When the Cubs made Luis Valbuena part of the team in 2012, I never thought I’d be compelled to write a piece about his successes in Chicago. “He’s filler”, I had initially thought – nothing more than a career second baseman who could conveniently slot in on the left infield side for an otherwise lackluster team. He’d show his true colors in lack of defensive ability and would be nothing more than an afterthought by 2014.
How wrong I was. Valbuena has begun to show his defensive prowess and overall utility in Chicago and is getting very little recognition for it.
All things considered, Valbuena has produced well for the Cubs and his 2013 showed a ton of promise in the batter’s box as well as on the hot corner. His skill set will never make him a hall of fame-er, but he quietly goes about his business, playing a well oriented team game.This means not striking out too much (16K%), posting good defensive metrics (.976 FLD% with only 7 errors in 760.2 innings of work) and drawing walks where he can. He also hit 12 knocks in 2013 – which really, is better than a kick in the ass. Toss a .708 OPS in the mix and you’re getting great value for the $930,000 you’ve spent on your third baseman.
The Cubs seem to agree with this, as they’ve brought Valbuena on board for the 2014 season with a significant pay increase – to the tune of 1-year/$1,710,000. Will Valbuena’s production increase along with his salary?
While predicting baseball is tougher than entertaining your snobby in-laws, Valbuena’s projected numbers in 2014 seem to indicate that he is money well spent: a decent looking triple slash at .233/.315/.382 with 8 homers, 33 RBI, 19 K% and 10.4 BB%.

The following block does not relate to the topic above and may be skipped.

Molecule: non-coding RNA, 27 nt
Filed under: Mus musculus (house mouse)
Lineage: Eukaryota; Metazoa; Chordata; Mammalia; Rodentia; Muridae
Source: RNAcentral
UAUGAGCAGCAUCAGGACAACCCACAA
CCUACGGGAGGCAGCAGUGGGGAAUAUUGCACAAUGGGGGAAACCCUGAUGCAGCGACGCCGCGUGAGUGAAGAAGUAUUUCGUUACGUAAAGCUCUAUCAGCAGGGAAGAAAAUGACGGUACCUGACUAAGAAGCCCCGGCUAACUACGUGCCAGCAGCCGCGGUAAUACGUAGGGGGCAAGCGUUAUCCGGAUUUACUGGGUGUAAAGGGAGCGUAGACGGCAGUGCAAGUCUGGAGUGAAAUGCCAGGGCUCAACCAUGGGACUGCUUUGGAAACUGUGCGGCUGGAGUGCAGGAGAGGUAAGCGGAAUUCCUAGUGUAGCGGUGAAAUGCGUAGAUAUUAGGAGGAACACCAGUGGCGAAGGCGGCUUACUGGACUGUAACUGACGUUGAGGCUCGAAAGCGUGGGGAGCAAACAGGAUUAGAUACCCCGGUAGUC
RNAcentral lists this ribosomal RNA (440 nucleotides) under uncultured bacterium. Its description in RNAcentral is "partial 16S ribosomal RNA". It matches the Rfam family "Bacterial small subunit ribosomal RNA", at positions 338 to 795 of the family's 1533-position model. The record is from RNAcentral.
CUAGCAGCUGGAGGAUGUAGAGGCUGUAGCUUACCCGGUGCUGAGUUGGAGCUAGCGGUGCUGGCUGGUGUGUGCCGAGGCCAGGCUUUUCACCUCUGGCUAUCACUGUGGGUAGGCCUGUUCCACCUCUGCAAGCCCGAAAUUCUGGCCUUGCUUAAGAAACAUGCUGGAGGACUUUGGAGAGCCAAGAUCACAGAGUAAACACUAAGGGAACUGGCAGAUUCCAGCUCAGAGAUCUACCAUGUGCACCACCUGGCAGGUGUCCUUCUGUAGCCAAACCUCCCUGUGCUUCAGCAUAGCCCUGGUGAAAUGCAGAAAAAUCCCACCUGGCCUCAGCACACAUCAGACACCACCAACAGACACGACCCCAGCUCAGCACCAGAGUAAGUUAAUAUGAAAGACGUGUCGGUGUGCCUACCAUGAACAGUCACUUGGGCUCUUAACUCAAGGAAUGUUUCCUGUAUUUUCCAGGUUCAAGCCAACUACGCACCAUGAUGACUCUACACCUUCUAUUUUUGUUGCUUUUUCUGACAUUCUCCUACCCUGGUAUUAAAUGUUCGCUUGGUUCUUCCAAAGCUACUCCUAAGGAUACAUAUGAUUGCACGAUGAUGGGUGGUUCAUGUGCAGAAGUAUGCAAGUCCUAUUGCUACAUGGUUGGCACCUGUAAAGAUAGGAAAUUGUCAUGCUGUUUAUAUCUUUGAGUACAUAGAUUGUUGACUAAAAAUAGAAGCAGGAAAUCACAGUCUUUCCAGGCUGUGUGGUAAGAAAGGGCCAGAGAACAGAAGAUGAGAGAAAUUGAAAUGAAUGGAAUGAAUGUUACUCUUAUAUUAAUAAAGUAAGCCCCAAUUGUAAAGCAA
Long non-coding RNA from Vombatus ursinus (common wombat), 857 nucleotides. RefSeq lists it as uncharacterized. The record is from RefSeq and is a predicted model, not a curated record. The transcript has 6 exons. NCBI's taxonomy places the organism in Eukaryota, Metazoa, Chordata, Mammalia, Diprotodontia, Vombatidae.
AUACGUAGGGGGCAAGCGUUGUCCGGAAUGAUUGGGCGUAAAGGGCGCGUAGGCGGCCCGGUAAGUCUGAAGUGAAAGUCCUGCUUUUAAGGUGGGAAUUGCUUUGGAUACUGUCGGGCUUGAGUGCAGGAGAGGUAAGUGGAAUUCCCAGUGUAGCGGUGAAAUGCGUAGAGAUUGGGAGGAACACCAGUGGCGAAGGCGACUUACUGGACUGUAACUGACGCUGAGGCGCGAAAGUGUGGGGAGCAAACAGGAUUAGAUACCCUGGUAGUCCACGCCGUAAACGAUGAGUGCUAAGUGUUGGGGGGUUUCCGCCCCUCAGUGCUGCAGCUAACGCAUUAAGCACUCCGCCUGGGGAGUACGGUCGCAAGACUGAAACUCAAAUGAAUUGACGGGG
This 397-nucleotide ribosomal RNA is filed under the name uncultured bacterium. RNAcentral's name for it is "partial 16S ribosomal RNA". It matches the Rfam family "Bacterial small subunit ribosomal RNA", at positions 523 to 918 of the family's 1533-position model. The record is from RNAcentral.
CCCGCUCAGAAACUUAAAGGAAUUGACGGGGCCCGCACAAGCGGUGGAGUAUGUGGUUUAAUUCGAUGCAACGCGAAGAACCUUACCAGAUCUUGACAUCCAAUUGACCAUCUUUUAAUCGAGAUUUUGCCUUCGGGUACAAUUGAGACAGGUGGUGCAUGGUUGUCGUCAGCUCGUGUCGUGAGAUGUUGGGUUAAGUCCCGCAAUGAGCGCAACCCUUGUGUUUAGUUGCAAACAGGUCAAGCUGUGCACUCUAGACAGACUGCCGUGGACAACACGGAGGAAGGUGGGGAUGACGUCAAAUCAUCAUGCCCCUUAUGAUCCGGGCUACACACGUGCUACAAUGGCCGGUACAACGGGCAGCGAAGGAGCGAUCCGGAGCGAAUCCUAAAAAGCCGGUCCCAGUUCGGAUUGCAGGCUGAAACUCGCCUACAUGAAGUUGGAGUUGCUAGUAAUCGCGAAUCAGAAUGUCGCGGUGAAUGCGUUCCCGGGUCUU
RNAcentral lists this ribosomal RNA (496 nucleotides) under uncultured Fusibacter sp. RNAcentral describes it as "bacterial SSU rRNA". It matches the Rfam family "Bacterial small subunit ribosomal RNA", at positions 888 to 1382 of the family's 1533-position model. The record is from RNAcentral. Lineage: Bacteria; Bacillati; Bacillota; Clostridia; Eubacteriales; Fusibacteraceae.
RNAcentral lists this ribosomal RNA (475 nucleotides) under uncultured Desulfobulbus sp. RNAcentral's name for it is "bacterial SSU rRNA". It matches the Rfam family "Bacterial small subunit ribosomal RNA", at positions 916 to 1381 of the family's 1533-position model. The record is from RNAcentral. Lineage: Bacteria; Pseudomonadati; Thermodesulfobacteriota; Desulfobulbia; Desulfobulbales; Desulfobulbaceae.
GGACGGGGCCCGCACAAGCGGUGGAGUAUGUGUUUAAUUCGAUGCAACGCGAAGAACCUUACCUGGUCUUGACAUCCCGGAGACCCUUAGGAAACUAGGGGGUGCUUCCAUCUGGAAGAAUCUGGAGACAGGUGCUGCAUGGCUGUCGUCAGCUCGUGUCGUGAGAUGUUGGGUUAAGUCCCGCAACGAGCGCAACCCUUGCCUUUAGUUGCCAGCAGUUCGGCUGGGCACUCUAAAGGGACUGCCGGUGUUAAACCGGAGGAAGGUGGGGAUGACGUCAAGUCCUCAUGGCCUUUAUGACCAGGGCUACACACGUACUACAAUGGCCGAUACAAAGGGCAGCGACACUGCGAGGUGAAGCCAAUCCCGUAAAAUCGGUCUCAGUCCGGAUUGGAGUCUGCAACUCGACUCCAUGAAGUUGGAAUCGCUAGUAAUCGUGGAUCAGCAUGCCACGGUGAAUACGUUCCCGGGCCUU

Hold up… that’s not really a great improvement statistically. Granted some categories have improved, but there are also signs of regression. How can Valbuena merit such a significant pay increase?
At face value, these stats are deceiving. Allow me to elaborate:
The obvious reason for this apparent regression is the competition at third base that the Cubs now face. Donnie Murphy will likely be platooning the position with Valbuena, which means fewer plate appearances for Valbuena. We now have a smaller sample size which can inherently skew numbers downwards. This goes without even considering Mike Olt, who has had a fantastic spring training, for a platoon candidate at third base.
The smoking gun for Valbuena’s pay raise is the consistent projected results with roughly 90 fewer plate appearances. This is indicative of Valbuena’s improvement in the batters box and would likely project much better figures if he was playing third for 150+ games instead of 90-110 games a season in 2014. It’s a subtle assumption, but statistically speaking, Valbuena is a better hitter now than in 2013 by a significant margin, even if his baseline results will mirror those in 2013.
It will be interesting to see how the third base position shakes out for the Cubs as the season progresses, but my money is on Valbuena as the Cubs’ Opening Day third baseman.